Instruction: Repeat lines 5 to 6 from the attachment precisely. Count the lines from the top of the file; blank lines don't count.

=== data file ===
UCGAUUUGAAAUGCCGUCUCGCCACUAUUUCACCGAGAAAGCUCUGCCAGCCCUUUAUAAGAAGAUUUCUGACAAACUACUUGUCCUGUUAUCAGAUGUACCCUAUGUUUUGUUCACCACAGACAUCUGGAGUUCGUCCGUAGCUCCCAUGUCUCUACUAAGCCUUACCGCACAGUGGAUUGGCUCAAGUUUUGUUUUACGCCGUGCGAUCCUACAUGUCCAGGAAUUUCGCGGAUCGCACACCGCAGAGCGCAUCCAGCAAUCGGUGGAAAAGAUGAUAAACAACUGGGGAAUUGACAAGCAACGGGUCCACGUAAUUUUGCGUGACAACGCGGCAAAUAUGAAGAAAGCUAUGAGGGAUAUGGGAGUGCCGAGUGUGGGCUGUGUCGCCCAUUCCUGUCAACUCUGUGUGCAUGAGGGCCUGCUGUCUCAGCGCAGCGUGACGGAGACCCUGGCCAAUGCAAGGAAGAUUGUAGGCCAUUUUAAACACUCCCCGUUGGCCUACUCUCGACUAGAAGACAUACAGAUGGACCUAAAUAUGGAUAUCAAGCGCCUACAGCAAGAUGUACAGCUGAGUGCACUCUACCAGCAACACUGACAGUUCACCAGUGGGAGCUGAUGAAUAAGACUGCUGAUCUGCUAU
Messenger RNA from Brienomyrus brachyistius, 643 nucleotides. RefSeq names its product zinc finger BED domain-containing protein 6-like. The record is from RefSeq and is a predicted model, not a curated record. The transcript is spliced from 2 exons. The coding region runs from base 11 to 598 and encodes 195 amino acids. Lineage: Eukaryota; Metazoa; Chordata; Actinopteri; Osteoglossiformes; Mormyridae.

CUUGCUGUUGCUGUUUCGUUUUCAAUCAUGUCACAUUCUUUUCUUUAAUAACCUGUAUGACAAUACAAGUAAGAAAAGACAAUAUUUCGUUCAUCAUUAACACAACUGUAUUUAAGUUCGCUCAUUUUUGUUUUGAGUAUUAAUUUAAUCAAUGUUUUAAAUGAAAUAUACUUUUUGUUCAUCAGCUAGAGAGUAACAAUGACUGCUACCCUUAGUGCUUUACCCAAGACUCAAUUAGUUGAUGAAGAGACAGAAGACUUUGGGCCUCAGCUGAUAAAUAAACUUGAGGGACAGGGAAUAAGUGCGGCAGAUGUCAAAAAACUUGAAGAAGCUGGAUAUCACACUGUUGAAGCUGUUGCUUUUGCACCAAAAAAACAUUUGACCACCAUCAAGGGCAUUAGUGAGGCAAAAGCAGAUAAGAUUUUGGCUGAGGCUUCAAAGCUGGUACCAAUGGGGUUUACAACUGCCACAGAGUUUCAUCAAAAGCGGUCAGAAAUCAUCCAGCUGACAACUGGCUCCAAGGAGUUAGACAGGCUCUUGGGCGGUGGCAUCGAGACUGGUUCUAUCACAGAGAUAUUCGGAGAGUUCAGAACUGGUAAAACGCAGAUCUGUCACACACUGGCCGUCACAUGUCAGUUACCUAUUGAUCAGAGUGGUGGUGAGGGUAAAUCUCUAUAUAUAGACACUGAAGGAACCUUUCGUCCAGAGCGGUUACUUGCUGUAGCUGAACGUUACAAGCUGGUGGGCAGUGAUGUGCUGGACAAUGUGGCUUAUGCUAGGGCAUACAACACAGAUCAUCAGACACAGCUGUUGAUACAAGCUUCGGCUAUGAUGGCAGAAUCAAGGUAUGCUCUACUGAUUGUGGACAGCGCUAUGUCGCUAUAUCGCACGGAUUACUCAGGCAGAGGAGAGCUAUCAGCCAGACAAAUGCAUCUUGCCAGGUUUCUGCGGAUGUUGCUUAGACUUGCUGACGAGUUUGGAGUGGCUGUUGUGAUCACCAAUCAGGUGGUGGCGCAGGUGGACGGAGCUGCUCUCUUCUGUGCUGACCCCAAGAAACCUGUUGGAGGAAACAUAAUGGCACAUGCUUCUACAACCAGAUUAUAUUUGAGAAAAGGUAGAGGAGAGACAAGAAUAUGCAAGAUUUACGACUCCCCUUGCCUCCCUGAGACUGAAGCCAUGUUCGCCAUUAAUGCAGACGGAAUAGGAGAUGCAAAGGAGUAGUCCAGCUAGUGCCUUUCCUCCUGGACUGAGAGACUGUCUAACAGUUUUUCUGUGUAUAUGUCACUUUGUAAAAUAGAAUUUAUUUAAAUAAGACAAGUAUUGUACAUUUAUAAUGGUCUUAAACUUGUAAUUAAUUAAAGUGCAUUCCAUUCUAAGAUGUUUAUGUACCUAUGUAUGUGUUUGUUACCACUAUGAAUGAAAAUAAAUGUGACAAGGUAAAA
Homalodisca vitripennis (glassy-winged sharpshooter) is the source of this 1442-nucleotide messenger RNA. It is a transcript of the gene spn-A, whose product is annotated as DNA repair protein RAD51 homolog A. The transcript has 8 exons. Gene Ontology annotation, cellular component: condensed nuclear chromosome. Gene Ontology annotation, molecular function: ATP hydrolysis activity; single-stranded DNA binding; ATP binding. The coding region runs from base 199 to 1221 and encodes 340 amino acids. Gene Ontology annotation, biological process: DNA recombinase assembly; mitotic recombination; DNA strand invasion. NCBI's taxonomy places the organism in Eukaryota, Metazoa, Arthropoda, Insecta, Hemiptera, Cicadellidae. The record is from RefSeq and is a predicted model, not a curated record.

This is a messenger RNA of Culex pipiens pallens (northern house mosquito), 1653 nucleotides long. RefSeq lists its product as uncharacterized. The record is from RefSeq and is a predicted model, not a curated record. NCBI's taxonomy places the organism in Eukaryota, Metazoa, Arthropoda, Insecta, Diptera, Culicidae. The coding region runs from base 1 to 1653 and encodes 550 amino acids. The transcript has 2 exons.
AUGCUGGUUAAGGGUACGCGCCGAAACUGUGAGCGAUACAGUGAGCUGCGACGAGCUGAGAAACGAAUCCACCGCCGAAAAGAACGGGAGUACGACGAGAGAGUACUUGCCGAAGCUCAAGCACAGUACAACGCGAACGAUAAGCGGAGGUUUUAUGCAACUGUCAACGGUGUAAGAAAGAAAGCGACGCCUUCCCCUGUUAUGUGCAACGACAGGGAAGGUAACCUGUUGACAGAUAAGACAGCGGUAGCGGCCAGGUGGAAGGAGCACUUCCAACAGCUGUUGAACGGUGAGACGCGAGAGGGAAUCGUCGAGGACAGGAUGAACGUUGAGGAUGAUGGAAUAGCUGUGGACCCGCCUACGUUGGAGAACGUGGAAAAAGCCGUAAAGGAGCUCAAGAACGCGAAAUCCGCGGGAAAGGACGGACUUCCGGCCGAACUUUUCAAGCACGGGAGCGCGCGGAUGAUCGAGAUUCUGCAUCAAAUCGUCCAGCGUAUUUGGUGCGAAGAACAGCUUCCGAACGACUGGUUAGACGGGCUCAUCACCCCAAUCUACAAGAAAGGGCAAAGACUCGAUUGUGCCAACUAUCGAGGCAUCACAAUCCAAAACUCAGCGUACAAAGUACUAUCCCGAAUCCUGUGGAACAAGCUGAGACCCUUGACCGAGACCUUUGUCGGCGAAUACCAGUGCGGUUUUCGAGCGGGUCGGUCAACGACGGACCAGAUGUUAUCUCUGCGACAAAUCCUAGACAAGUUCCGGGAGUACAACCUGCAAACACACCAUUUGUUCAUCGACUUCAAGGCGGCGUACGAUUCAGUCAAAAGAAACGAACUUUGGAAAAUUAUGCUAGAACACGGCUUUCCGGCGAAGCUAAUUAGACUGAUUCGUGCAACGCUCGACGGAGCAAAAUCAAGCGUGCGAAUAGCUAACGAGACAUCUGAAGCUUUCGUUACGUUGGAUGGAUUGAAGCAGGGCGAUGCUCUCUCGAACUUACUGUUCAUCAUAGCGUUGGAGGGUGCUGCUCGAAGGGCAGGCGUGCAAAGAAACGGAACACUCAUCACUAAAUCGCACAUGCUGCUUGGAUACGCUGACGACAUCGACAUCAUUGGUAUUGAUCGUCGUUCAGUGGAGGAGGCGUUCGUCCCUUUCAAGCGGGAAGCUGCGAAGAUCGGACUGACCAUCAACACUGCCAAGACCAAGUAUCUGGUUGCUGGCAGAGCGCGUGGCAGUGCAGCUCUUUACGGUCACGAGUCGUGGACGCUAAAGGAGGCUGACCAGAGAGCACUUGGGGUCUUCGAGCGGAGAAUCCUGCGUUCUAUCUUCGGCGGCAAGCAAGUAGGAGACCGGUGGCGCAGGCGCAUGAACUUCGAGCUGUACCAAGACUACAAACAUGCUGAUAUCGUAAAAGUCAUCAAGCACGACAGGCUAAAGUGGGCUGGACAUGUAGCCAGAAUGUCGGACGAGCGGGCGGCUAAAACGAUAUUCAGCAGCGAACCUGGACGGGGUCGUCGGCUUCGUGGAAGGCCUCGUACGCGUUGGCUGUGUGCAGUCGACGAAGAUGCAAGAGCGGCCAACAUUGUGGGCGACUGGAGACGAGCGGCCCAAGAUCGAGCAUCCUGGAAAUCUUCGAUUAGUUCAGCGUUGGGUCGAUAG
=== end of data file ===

This is a messenger RNA of Culex pipiens pallens (northern house mosquito), 1653 nucleotides long. RefSeq lists its product as uncharacterized. The record is from RefSeq and is a predicted model, not a curated record. NCBI's taxonomy places the organism in Eukaryota, Metazoa, Arthropoda, Insecta, Diptera, Culicidae. The coding region runs from base 1 to 1653 and encodes 550 amino acids. The transcript has 2 exons.
AUGCUGGUUAAGGGUACGCGCCGAAACUGUGAGCGAUACAGUGAGCUGCGACGAGCUGAGAAACGAAUCCACCGCCGAAAAGAACGGGAGUACGACGAGAGAGUACUUGCCGAAGCUCAAGCACAGUACAACGCGAACGAUAAGCGGAGGUUUUAUGCAACUGUCAACGGUGUAAGAAAGAAAGCGACGCCUUCCCCUGUUAUGUGCAACGACAGGGAAGGUAACCUGUUGACAGAUAAGACAGCGGUAGCGGCCAGGUGGAAGGAGCACUUCCAACAGCUGUUGAACGGUGAGACGCGAGAGGGAAUCGUCGAGGACAGGAUGAACGUUGAGGAUGAUGGAAUAGCUGUGGACCCGCCUACGUUGGAGAACGUGGAAAAAGCCGUAAAGGAGCUCAAGAACGCGAAAUCCGCGGGAAAGGACGGACUUCCGGCCGAACUUUUCAAGCACGGGAGCGCGCGGAUGAUCGAGAUUCUGCAUCAAAUCGUCCAGCGUAUUUGGUGCGAAGAACAGCUUCCGAACGACUGGUUAGACGGGCUCAUCACCCCAAUCUACAAGAAAGGGCAAAGACUCGAUUGUGCCAACUAUCGAGGCAUCACAAUCCAAAACUCAGCGUACAAAGUACUAUCCCGAAUCCUGUGGAACAAGCUGAGACCCUUGACCGAGACCUUUGUCGGCGAAUACCAGUGCGGUUUUCGAGCGGGUCGGUCAACGACGGACCAGAUGUUAUCUCUGCGACAAAUCCUAGACAAGUUCCGGGAGUACAACCUGCAAACACACCAUUUGUUCAUCGACUUCAAGGCGGCGUACGAUUCAGUCAAAAGAAACGAACUUUGGAAAAUUAUGCUAGAACACGGCUUUCCGGCGAAGCUAAUUAGACUGAUUCGUGCAACGCUCGACGGAGCAAAAUCAAGCGUGCGAAUAGCUAACGAGACAUCUGAAGCUUUCGUUACGUUGGAUGGAUUGAAGCAGGGCGAUGCUCUCUCGAACUUACUGUUCAUCAUAGCGUUGGAGGGUGCUGCUCGAAGGGCAGGCGUGCAAAGAAACGGAACACUCAUCACUAAAUCGCACAUGCUGCUUGGAUACGCUGACGACAUCGACAUCAUUGGUAUUGAUCGUCGUUCAGUGGAGGAGGCGUUCGUCCCUUUCAAGCGGGAAGCUGCGAAGAUCGGACUGACCAUCAACACUGCCAAGACCAAGUAUCUGGUUGCUGGCAGAGCGCGUGGCAGUGCAGCUCUUUACGGUCACGAGUCGUGGACGCUAAAGGAGGCUGACCAGAGAGCACUUGGGGUCUUCGAGCGGAGAAUCCUGCGUUCUAUCUUCGGCGGCAAGCAAGUAGGAGACCGGUGGCGCAGGCGCAUGAACUUCGAGCUGUACCAAGACUACAAACAUGCUGAUAUCGUAAAAGUCAUCAAGCACGACAGGCUAAAGUGGGCUGGACAUGUAGCCAGAAUGUCGGACGAGCGGGCGGCUAAAACGAUAUUCAGCAGCGAACCUGGACGGGGUCGUCGGCUUCGUGGAAGGCCUCGUACGCGUUGGCUGUGUGCAGUCGACGAAGAUGCAAGAGCGGCCAACAUUGUGGGCGACUGGAGACGAGCGGCCCAAGAUCGAGCAUCCUGGAAAUCUUCGAUUAGUUCAGCGUUGGGUCGAUAG